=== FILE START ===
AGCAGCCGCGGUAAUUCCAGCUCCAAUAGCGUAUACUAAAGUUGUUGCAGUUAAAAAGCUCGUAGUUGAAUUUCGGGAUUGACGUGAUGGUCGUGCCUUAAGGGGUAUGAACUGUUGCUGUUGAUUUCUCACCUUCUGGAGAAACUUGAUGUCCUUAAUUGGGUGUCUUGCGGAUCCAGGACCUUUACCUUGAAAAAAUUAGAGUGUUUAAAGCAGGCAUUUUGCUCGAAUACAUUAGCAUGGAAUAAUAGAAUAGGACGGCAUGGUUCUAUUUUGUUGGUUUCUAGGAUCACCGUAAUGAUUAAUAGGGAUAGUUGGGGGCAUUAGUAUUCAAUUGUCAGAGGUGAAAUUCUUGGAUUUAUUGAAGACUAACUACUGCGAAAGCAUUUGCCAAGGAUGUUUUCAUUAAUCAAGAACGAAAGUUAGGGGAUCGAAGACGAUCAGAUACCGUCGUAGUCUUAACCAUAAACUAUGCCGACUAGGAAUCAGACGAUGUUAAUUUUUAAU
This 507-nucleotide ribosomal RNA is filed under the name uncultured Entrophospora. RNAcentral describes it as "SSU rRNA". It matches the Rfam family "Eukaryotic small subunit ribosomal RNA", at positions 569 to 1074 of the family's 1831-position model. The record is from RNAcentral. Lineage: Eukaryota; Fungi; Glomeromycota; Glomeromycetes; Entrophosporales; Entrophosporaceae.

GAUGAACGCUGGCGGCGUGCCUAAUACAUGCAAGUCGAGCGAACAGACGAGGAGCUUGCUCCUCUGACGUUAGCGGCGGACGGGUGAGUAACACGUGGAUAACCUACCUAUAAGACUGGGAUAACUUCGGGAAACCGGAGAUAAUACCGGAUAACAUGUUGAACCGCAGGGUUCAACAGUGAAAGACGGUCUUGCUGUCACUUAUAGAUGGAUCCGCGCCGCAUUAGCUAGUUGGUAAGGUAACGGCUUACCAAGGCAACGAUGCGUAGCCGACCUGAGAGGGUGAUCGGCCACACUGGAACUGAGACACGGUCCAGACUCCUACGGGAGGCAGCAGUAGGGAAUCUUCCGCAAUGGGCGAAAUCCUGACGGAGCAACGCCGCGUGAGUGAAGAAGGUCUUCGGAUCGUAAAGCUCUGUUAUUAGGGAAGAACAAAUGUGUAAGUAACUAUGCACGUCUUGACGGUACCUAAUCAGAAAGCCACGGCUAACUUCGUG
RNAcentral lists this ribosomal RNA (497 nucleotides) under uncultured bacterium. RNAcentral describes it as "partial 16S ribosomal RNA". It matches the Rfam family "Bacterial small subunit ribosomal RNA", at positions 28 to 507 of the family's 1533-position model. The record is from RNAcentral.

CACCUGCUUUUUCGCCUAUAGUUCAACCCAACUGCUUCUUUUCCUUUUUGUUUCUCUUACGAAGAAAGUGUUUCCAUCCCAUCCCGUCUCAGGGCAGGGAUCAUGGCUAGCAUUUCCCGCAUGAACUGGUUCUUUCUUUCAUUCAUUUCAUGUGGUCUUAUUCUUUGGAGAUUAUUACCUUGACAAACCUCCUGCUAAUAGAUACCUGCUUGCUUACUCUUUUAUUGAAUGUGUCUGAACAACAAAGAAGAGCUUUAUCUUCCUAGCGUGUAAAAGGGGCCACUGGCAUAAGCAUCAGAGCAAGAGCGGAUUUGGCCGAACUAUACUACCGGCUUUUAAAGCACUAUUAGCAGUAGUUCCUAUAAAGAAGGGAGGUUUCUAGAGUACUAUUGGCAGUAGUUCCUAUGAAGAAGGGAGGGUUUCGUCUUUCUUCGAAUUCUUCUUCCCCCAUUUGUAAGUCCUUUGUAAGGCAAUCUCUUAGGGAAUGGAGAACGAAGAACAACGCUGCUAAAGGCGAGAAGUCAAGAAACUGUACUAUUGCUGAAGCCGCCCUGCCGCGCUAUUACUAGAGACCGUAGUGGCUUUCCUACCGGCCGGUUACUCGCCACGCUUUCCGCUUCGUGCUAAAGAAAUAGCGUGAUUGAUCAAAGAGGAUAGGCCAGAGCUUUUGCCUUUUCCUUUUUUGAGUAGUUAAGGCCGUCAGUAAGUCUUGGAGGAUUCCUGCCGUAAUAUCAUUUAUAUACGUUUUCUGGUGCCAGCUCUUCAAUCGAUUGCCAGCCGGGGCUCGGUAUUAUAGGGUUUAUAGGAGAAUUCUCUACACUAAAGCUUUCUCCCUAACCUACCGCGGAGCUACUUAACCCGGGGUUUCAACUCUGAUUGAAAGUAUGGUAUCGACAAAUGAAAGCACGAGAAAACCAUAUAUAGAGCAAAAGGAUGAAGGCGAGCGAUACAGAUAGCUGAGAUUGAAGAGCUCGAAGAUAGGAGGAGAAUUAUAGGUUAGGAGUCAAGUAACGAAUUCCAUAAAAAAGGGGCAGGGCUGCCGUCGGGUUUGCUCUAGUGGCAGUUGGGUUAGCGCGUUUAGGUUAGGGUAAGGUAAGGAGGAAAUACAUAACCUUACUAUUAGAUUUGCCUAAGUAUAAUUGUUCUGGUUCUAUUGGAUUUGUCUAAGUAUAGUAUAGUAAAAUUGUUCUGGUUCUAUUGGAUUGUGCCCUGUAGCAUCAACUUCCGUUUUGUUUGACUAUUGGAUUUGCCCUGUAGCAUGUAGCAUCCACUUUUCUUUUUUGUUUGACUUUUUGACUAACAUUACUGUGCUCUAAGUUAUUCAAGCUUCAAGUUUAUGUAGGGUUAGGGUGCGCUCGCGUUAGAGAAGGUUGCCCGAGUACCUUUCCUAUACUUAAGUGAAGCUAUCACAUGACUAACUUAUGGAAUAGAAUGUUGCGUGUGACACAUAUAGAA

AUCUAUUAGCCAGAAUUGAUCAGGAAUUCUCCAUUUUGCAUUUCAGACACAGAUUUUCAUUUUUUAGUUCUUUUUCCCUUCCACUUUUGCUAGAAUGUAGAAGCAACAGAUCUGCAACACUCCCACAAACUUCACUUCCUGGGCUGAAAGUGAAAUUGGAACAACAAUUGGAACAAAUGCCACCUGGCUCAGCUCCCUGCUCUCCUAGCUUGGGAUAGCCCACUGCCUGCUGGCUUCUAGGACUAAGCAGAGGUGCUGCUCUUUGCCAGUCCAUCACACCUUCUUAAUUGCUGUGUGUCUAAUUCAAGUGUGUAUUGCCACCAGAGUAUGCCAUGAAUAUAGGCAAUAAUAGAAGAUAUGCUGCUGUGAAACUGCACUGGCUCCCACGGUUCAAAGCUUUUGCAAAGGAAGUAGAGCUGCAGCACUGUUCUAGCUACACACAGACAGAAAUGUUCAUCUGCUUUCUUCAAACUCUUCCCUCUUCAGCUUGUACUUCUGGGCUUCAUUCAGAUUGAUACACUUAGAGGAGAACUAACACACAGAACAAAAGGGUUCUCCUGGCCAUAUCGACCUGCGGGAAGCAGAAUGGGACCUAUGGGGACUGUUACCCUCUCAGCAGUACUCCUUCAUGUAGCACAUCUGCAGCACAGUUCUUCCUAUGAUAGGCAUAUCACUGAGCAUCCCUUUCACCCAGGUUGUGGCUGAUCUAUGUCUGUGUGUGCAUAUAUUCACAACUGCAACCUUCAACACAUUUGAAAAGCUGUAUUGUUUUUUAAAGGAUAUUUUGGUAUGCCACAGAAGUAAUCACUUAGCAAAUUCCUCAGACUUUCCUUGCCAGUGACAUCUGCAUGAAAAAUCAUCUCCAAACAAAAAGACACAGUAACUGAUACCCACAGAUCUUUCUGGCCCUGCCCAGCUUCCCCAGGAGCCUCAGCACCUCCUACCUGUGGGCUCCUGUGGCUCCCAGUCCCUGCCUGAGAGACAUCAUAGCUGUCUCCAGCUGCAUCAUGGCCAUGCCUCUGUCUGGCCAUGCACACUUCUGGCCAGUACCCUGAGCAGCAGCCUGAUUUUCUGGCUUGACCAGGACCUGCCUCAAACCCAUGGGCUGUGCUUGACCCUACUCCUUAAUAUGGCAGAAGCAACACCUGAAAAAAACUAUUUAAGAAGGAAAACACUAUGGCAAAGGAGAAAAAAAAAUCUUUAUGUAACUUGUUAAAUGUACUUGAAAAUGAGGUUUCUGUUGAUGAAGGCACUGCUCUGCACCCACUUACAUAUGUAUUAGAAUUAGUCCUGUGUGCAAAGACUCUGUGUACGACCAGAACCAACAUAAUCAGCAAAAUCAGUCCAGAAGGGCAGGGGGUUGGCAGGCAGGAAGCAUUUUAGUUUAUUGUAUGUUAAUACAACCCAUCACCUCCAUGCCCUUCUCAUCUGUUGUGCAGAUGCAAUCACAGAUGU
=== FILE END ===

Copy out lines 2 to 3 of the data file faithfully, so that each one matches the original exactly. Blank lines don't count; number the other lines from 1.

This 507-nucleotide ribosomal RNA is filed under the name uncultured Entrophospora. RNAcentral describes it as "SSU rRNA". It matches the Rfam family "Eukaryotic small subunit ribosomal RNA", at positions 569 to 1074 of the family's 1831-position model. The record is from RNAcentral. Lineage: Eukaryota; Fungi; Glomeromycota; Glomeromycetes; Entrophosporales; Entrophosporaceae.

GAUGAACGCUGGCGGCGUGCCUAAUACAUGCAAGUCGAGCGAACAGACGAGGAGCUUGCUCCUCUGACGUUAGCGGCGGACGGGUGAGUAACACGUGGAUAACCUACCUAUAAGACUGGGAUAACUUCGGGAAACCGGAGAUAAUACCGGAUAACAUGUUGAACCGCAGGGUUCAACAGUGAAAGACGGUCUUGCUGUCACUUAUAGAUGGAUCCGCGCCGCAUUAGCUAGUUGGUAAGGUAACGGCUUACCAAGGCAACGAUGCGUAGCCGACCUGAGAGGGUGAUCGGCCACACUGGAACUGAGACACGGUCCAGACUCCUACGGGAGGCAGCAGUAGGGAAUCUUCCGCAAUGGGCGAAAUCCUGACGGAGCAACGCCGCGUGAGUGAAGAAGGUCUUCGGAUCGUAAAGCUCUGUUAUUAGGGAAGAACAAAUGUGUAAGUAACUAUGCACGUCUUGACGGUACCUAAUCAGAAAGCCACGGCUAACUUCGUG